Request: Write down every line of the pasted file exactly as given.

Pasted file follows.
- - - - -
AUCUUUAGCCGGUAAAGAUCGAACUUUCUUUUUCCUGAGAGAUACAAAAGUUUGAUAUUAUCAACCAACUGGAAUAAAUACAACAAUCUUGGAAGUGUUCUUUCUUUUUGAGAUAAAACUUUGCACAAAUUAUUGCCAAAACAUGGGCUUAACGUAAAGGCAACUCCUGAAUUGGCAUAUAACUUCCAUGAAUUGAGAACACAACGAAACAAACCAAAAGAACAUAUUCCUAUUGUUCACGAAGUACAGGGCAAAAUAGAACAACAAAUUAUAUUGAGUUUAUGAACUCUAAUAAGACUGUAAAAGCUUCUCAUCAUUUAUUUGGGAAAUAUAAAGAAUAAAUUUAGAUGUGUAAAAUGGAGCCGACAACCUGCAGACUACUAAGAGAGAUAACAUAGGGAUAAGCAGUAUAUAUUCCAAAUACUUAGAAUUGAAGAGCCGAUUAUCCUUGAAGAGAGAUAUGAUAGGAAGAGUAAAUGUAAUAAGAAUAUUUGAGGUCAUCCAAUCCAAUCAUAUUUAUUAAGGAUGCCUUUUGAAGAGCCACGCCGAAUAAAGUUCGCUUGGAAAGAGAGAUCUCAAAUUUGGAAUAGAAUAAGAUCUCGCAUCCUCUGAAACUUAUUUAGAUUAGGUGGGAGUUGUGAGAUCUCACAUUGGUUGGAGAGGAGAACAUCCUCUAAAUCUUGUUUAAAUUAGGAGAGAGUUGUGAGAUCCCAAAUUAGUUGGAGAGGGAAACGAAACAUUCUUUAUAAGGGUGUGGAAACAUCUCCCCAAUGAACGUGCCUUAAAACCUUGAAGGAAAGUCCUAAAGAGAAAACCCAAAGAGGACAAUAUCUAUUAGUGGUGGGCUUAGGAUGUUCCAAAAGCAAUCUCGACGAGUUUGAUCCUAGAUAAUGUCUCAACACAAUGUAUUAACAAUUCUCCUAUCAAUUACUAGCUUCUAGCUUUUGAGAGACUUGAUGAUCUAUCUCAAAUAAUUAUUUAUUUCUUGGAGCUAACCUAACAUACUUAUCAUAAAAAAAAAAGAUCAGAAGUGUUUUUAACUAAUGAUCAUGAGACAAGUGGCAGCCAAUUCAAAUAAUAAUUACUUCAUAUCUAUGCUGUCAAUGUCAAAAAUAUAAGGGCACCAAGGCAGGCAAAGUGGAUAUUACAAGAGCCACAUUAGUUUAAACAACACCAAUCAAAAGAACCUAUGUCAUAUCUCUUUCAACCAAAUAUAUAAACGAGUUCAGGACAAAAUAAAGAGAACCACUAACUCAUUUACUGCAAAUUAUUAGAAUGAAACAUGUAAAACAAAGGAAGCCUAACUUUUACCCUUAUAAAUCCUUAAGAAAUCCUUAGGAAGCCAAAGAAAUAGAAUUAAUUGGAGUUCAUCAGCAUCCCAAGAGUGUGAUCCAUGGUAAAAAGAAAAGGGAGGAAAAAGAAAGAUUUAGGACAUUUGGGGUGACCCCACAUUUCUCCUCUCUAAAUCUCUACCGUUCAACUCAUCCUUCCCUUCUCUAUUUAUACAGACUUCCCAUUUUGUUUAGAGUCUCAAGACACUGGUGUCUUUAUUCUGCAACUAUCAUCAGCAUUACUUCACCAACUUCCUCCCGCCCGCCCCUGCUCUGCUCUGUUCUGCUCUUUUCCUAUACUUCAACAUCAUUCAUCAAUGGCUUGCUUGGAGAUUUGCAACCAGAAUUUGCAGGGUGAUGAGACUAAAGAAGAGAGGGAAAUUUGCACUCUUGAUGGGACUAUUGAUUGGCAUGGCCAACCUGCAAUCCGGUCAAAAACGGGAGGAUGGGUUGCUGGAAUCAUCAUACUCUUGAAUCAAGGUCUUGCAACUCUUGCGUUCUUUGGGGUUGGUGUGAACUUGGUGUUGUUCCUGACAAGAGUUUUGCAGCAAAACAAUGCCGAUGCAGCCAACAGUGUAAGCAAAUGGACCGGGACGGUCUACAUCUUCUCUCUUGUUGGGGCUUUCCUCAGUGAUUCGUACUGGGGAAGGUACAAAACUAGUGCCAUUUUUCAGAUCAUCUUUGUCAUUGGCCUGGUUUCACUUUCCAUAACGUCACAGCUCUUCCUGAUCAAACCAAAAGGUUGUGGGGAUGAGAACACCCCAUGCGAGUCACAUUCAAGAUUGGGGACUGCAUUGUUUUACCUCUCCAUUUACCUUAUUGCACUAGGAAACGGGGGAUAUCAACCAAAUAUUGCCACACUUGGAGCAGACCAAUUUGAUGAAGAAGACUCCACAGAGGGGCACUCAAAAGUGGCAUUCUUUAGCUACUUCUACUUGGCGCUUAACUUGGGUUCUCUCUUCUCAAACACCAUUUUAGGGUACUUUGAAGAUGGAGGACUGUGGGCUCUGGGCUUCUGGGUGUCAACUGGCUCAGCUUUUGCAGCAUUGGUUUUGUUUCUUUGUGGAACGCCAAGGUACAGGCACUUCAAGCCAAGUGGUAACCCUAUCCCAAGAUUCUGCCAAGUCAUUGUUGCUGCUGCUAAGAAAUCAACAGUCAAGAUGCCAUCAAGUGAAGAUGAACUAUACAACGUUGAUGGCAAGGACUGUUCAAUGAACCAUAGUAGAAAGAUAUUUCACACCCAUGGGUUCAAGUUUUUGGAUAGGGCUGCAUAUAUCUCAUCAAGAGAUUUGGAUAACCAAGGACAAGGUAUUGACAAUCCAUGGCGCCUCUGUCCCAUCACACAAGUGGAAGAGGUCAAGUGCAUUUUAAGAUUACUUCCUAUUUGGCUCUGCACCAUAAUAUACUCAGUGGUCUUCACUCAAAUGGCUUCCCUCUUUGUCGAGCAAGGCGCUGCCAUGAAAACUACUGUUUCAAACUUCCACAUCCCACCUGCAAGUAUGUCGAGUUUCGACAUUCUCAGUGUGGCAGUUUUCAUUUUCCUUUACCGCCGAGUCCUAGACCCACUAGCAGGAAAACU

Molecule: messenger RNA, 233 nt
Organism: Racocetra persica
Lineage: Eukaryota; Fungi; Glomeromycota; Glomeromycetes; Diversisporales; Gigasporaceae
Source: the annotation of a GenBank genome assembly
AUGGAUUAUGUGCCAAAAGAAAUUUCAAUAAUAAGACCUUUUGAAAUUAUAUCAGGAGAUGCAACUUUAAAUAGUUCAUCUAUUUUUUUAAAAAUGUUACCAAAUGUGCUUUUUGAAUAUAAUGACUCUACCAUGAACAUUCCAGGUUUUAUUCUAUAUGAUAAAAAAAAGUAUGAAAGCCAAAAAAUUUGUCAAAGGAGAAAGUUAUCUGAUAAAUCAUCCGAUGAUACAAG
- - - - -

AUCUUUAGCCGGUAAAGAUCGAACUUUCUUUUUCCUGAGAGAUACAAAAGUUUGAUAUUAUCAACCAACUGGAAUAAAUACAACAAUCUUGGAAGUGUUCUUUCUUUUUGAGAUAAAACUUUGCACAAAUUAUUGCCAAAACAUGGGCUUAACGUAAAGGCAACUCCUGAAUUGGCAUAUAACUUCCAUGAAUUGAGAACACAACGAAACAAACCAAAAGAACAUAUUCCUAUUGUUCACGAAGUACAGGGCAAAAUAGAACAACAAAUUAUAUUGAGUUUAUGAACUCUAAUAAGACUGUAAAAGCUUCUCAUCAUUUAUUUGGGAAAUAUAAAGAAUAAAUUUAGAUGUGUAAAAUGGAGCCGACAACCUGCAGACUACUAAGAGAGAUAACAUAGGGAUAAGCAGUAUAUAUUCCAAAUACUUAGAAUUGAAGAGCCGAUUAUCCUUGAAGAGAGAUAUGAUAGGAAGAGUAAAUGUAAUAAGAAUAUUUGAGGUCAUCCAAUCCAAUCAUAUUUAUUAAGGAUGCCUUUUGAAGAGCCACGCCGAAUAAAGUUCGCUUGGAAAGAGAGAUCUCAAAUUUGGAAUAGAAUAAGAUCUCGCAUCCUCUGAAACUUAUUUAGAUUAGGUGGGAGUUGUGAGAUCUCACAUUGGUUGGAGAGGAGAACAUCCUCUAAAUCUUGUUUAAAUUAGGAGAGAGUUGUGAGAUCCCAAAUUAGUUGGAGAGGGAAACGAAACAUUCUUUAUAAGGGUGUGGAAACAUCUCCCCAAUGAACGUGCCUUAAAACCUUGAAGGAAAGUCCUAAAGAGAAAACCCAAAGAGGACAAUAUCUAUUAGUGGUGGGCUUAGGAUGUUCCAAAAGCAAUCUCGACGAGUUUGAUCCUAGAUAAUGUCUCAACACAAUGUAUUAACAAUUCUCCUAUCAAUUACUAGCUUCUAGCUUUUGAGAGACUUGAUGAUCUAUCUCAAAUAAUUAUUUAUUUCUUGGAGCUAACCUAACAUACUUAUCAUAAAAAAAAAAGAUCAGAAGUGUUUUUAACUAAUGAUCAUGAGACAAGUGGCAGCCAAUUCAAAUAAUAAUUACUUCAUAUCUAUGCUGUCAAUGUCAAAAAUAUAAGGGCACCAAGGCAGGCAAAGUGGAUAUUACAAGAGCCACAUUAGUUUAAACAACACCAAUCAAAAGAACCUAUGUCAUAUCUCUUUCAACCAAAUAUAUAAACGAGUUCAGGACAAAAUAAAGAGAACCACUAACUCAUUUACUGCAAAUUAUUAGAAUGAAACAUGUAAAACAAAGGAAGCCUAACUUUUACCCUUAUAAAUCCUUAAGAAAUCCUUAGGAAGCCAAAGAAAUAGAAUUAAUUGGAGUUCAUCAGCAUCCCAAGAGUGUGAUCCAUGGUAAAAAGAAAAGGGAGGAAAAAGAAAGAUUUAGGACAUUUGGGGUGACCCCACAUUUCUCCUCUCUAAAUCUCUACCGUUCAACUCAUCCUUCCCUUCUCUAUUUAUACAGACUUCCCAUUUUGUUUAGAGUCUCAAGACACUGGUGUCUUUAUUCUGCAACUAUCAUCAGCAUUACUUCACCAACUUCCUCCCGCCCGCCCCUGCUCUGCUCUGUUCUGCUCUUUUCCUAUACUUCAACAUCAUUCAUCAAUGGCUUGCUUGGAGAUUUGCAACCAGAAUUUGCAGGGUGAUGAGACUAAAGAAGAGAGGGAAAUUUGCACUCUUGAUGGGACUAUUGAUUGGCAUGGCCAACCUGCAAUCCGGUCAAAAACGGGAGGAUGGGUUGCUGGAAUCAUCAUACUCUUGAAUCAAGGUCUUGCAACUCUUGCGUUCUUUGGGGUUGGUGUGAACUUGGUGUUGUUCCUGACAAGAGUUUUGCAGCAAAACAAUGCCGAUGCAGCCAACAGUGUAAGCAAAUGGACCGGGACGGUCUACAUCUUCUCUCUUGUUGGGGCUUUCCUCAGUGAUUCGUACUGGGGAAGGUACAAAACUAGUGCCAUUUUUCAGAUCAUCUUUGUCAUUGGCCUGGUUUCACUUUCCAUAACGUCACAGCUCUUCCUGAUCAAACCAAAAGGUUGUGGGGAUGAGAACACCCCAUGCGAGUCACAUUCAAGAUUGGGGACUGCAUUGUUUUACCUCUCCAUUUACCUUAUUGCACUAGGAAACGGGGGAUAUCAACCAAAUAUUGCCACACUUGGAGCAGACCAAUUUGAUGAAGAAGACUCCACAGAGGGGCACUCAAAAGUGGCAUUCUUUAGCUACUUCUACUUGGCGCUUAACUUGGGUUCUCUCUUCUCAAACACCAUUUUAGGGUACUUUGAAGAUGGAGGACUGUGGGCUCUGGGCUUCUGGGUGUCAACUGGCUCAGCUUUUGCAGCAUUGGUUUUGUUUCUUUGUGGAACGCCAAGGUACAGGCACUUCAAGCCAAGUGGUAACCCUAUCCCAAGAUUCUGCCAAGUCAUUGUUGCUGCUGCUAAGAAAUCAACAGUCAAGAUGCCAUCAAGUGAAGAUGAACUAUACAACGUUGAUGGCAAGGACUGUUCAAUGAACCAUAGUAGAAAGAUAUUUCACACCCAUGGGUUCAAGUUUUUGGAUAGGGCUGCAUAUAUCUCAUCAAGAGAUUUGGAUAACCAAGGACAAGGUAUUGACAAUCCAUGGCGCCUCUGUCCCAUCACACAAGUGGAAGAGGUCAAGUGCAUUUUAAGAUUACUUCCUAUUUGGCUCUGCACCAUAAUAUACUCAGUGGUCUUCACUCAAAUGGCUUCCCUCUUUGUCGAGCAAGGCGCUGCCAUGAAAACUACUGUUUCAAACUUCCACAUCCCACCUGCAAGUAUGUCGAGUUUCGACAUUCUCAGUGUGGCAGUUUUCAUUUUCCUUUACCGCCGAGUCCUAGACCCACUAGCAGGAAAACU

Molecule: messenger RNA, 233 nt
Organism: Racocetra persica
Lineage: Eukaryota; Fungi; Glomeromycota; Glomeromycetes; Diversisporales; Gigasporaceae
Source: the annotation of a GenBank genome assembly
AUGGAUUAUGUGCCAAAAGAAAUUUCAAUAAUAAGACCUUUUGAAAUUAUAUCAGGAGAUGCAACUUUAAAUAGUUCAUCUAUUUUUUUAAAAAUGUUACCAAAUGUGCUUUUUGAAUAUAAUGACUCUACCAUGAACAUUCCAGGUUUUAUUCUAUAUGAUAAAAAAAAGUAUGAAAGCCAAAAAAUUUGUCAAAGGAGAAAGUUAUCUGAUAAAUCAUCCGAUGAUACAAG